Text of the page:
Cinema and TV, not so long ago, were the place of fairly binary concepts. Everyone who was on the screen, both big and small, was of a particular type, and arguably the artform only represented a very small portion of society. Thankfully, things have moved a great deal in a relatively short period of time.
This means that most sections of the community, especially those from minority groups, are now present and making their collective voices heard. Perhaps the last section of society to really start to be seen, again relatively recently, were those with some form of mental or physical ‘disability.’
For whatever reason, this was one boundary that took longer than any other to be truly reflected on our TVs and cinema screens. Unlike the representation of minority groups, up until now, most of the characters that have some form of mental ‘disorder’ have been represented by actors playing the part as opposed to those who are from the group itself, but perhaps in time, this too will change.
There are increasingly more representations of those with such disorders, and if we look specifically at those with autism, and that’s a broad spectrum of people and their disabilities, there are a number in recent years that could be described as being effective, fair and even groundbreaking in terms of the inclusiveness that comes from the portrayal of autism in TV shows and films.
Let’s take a closer look at some examples of this.
Raymond Babbitt (Rainman) – Dustin Hoffman
This is perhaps the most well-known example of an autistic character on screen, and it’s one that has divided many in the community. Clearly, the Raymond Babbitt character is something of a caricature; it is one that you could argue did at least bring the subject of autism into the public eye.
There are questionable issues with the depiction and that of his brother Charlie (played by Tom Cruise), but you have to concede that the filmmaker’s hearts were in the right place. The fact that the character is used for financial gain is problematic in the extreme, and the representation of Raymond’s disorder is somewhat over the top, but for its time, it was a big deal.
Rain Man was a movie that was well-received by critics and audiences alike and Hoffman took the time to research the role extensively prior to filming, and it’s something of a benchmark in the portrayal of an individual on the autistic spectrum.
Temple Grandin (Temple Grandin) – Clare Danes
Claire Danes won a host of awards for her portrayal of Temple Grandin in this very well-received TV mini-series. Temple Grandin is a world-renowned animal behaviorist who battled to make a name for herself in her field. She became a leading voice in the autistic community, and Danes did a great job of portraying such a complex character.
The show itself was a big hit, though not a documentary as such; the TV production didn’t feature any stock footage, and the direction by Mick Jackson helped give Danes space to build the character in a sympathetic and not forced manner.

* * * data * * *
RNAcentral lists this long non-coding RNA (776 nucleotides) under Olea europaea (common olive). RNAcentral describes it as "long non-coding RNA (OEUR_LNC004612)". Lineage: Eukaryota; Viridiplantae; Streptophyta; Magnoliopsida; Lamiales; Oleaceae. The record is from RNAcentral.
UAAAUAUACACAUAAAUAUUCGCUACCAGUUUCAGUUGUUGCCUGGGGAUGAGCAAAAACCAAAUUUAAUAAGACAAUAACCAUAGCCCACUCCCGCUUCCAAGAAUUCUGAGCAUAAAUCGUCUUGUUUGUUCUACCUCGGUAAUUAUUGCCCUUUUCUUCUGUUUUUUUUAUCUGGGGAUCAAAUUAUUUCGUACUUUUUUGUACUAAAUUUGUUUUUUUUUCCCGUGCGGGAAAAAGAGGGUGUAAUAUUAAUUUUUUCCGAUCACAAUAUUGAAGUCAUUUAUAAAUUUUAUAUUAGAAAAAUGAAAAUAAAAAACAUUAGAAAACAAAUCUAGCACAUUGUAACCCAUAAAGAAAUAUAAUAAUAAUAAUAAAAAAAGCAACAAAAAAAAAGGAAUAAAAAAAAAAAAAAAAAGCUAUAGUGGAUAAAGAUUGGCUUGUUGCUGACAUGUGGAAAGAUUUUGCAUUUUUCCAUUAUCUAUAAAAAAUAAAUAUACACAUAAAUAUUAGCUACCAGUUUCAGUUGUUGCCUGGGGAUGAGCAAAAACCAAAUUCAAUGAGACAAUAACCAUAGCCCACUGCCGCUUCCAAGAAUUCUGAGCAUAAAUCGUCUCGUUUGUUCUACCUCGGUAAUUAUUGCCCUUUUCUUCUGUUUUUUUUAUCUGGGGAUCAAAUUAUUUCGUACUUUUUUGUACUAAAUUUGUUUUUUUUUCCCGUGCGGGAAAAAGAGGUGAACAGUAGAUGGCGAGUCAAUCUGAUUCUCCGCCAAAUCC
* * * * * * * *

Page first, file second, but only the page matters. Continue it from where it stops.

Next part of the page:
Temple Grandin as a show was a very effective way of showing how autism was treated by medical institutions and society as a whole from the 1950s onwards. It’s, at times, an unflinching account and an important one. Perhaps the greatest aspect of the show is the depiction of an autistic individual triumphing over adversity, and it’s doubly effective as it’s a fairly accurate portrayal of a true story.
Sheldon Cooper (The Big Bang Theory) – Jim Parsons
You could argue that the mere presence of a character who appears to have some form of Aspergers is a positive statement of sorts. The fact that Sheldon Cooper is a much-loved TV persona is in many ways a sign of progress. However, this comes with some significant caveats.
The fact that Cooper’s disorder is considered as something of an eccentricity and one that derives humor from both other characters and the audience as a whole is something of a double-edged sword.
The depiction of a character like Sheldon Cooper does show that autism isn’t something to shy away from, and given the success of The Big Bang Theory, you could argue that the character helps to highlight the disorder and brings it into the homes of millions.
Some drawbacks come from the fact that his disorder is never really diagnosed, and on occasion, some of the jokes that are made at Cooper’s benefit are more than just a little troubling.
Saga Norén (The Bridge) – Sofia Helin
If the character of Sheldon Cooper is one that divides opinion and arguably could be seen to make light of Aspergers, then that of Saga Norén is considered by many to be a far more effective and realistic portrayal of the disorder.
It’s a subtle portrayal and one that, on the whole, has been applauded by the autistic community. We’ve had a few portrayals of detectives that have attributes and characteristics that might put them on the autistic spectrum, perhaps the most recognizable of these being Benedict Cumberbatch’s Sherlock.
However, usually, these portrayals come across as more than a little skeptical. Almost as if the disorder is in some way used as a beneficial tool to aid a narrative rather than being a trait of its own. That’s what makes the character of Saga Norén a cut above the rest and a genuinely positive depiction that stands on its own.